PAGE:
To receive a tax refund, you must be up to date on all tax returns and paperwork. If you qualify for a tax refund but owe information to the IRS, they send a CP 88 letter telling you they’re withholding your refund and why. File the missing tax return as soon as possible to receive your refund, or, if you believe the IRS made a mistake, contact them via the number provided. 

Request for Tax Payment (CP 161)
A CP 161 is similar to a Balance Due notice, but is specific to underpayment. It indicates the total amount you owe, how much you’ve paid, any additional credits applied to your account, and your outstanding balance. Pay the amount due before the deadline on the CP 161 notice to avoid interest and penalties. If you think you paid in full, examine the posted payments and revisit your records. If you find an error, inform the IRS for rectification.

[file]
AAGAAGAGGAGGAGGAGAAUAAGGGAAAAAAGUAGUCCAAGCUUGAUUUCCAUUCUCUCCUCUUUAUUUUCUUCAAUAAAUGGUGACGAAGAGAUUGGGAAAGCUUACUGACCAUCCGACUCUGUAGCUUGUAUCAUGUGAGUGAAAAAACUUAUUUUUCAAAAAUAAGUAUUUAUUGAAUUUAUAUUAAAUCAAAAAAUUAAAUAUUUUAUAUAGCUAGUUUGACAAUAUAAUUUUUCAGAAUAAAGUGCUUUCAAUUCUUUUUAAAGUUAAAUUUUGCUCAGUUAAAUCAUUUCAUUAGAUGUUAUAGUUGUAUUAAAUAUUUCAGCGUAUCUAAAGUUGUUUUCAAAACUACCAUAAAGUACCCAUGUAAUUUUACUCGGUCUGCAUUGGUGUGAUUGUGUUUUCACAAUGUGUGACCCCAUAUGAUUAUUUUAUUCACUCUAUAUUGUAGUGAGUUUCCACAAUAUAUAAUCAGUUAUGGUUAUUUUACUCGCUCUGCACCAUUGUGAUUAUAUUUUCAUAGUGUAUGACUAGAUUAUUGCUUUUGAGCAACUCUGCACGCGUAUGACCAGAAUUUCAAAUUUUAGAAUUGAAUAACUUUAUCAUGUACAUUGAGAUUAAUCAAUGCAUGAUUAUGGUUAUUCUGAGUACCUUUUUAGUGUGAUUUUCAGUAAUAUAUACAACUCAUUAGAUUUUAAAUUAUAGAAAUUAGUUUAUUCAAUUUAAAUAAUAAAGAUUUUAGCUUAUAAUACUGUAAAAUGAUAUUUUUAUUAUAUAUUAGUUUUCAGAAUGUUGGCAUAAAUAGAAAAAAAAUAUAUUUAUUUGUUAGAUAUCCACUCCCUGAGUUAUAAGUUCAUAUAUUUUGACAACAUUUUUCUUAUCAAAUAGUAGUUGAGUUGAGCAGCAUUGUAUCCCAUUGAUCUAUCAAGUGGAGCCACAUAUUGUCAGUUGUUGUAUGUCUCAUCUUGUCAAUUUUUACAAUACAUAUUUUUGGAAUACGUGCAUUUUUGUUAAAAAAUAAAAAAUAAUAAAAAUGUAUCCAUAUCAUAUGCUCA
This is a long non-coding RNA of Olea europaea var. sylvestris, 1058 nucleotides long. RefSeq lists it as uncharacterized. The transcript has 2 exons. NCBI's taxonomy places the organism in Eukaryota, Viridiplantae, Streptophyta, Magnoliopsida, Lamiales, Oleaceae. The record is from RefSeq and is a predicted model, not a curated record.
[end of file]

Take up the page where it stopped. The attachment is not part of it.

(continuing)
How to Avoid Notices and Letters from IRS

To avoid any followup from the IRS, consider working with a tax accountant or financial professional who can help you make sure you’ve filled out the right forms and included the necessary details when preparing your return.

Often, the IRS requires specific supporting documents tied to deductions, credits, income and more. Even if you double-check your return or use preparation, it’s possible to miss details or misunderstand some of the more specific instructions.

Beyond working with a professional, be sure to keep save receipts and important documents and keep them in a safe and secure place. Check with a financial professional before getting rid of or destroying financial documents. The IRS suggests you save documents for varied lengths of time depending on the type of information included and your filing status. 

If you have questions about a letter you received from the IRS or need help preparing for a meeting with your tax accountant, contact a Bogart Wealth financial advisor to discuss.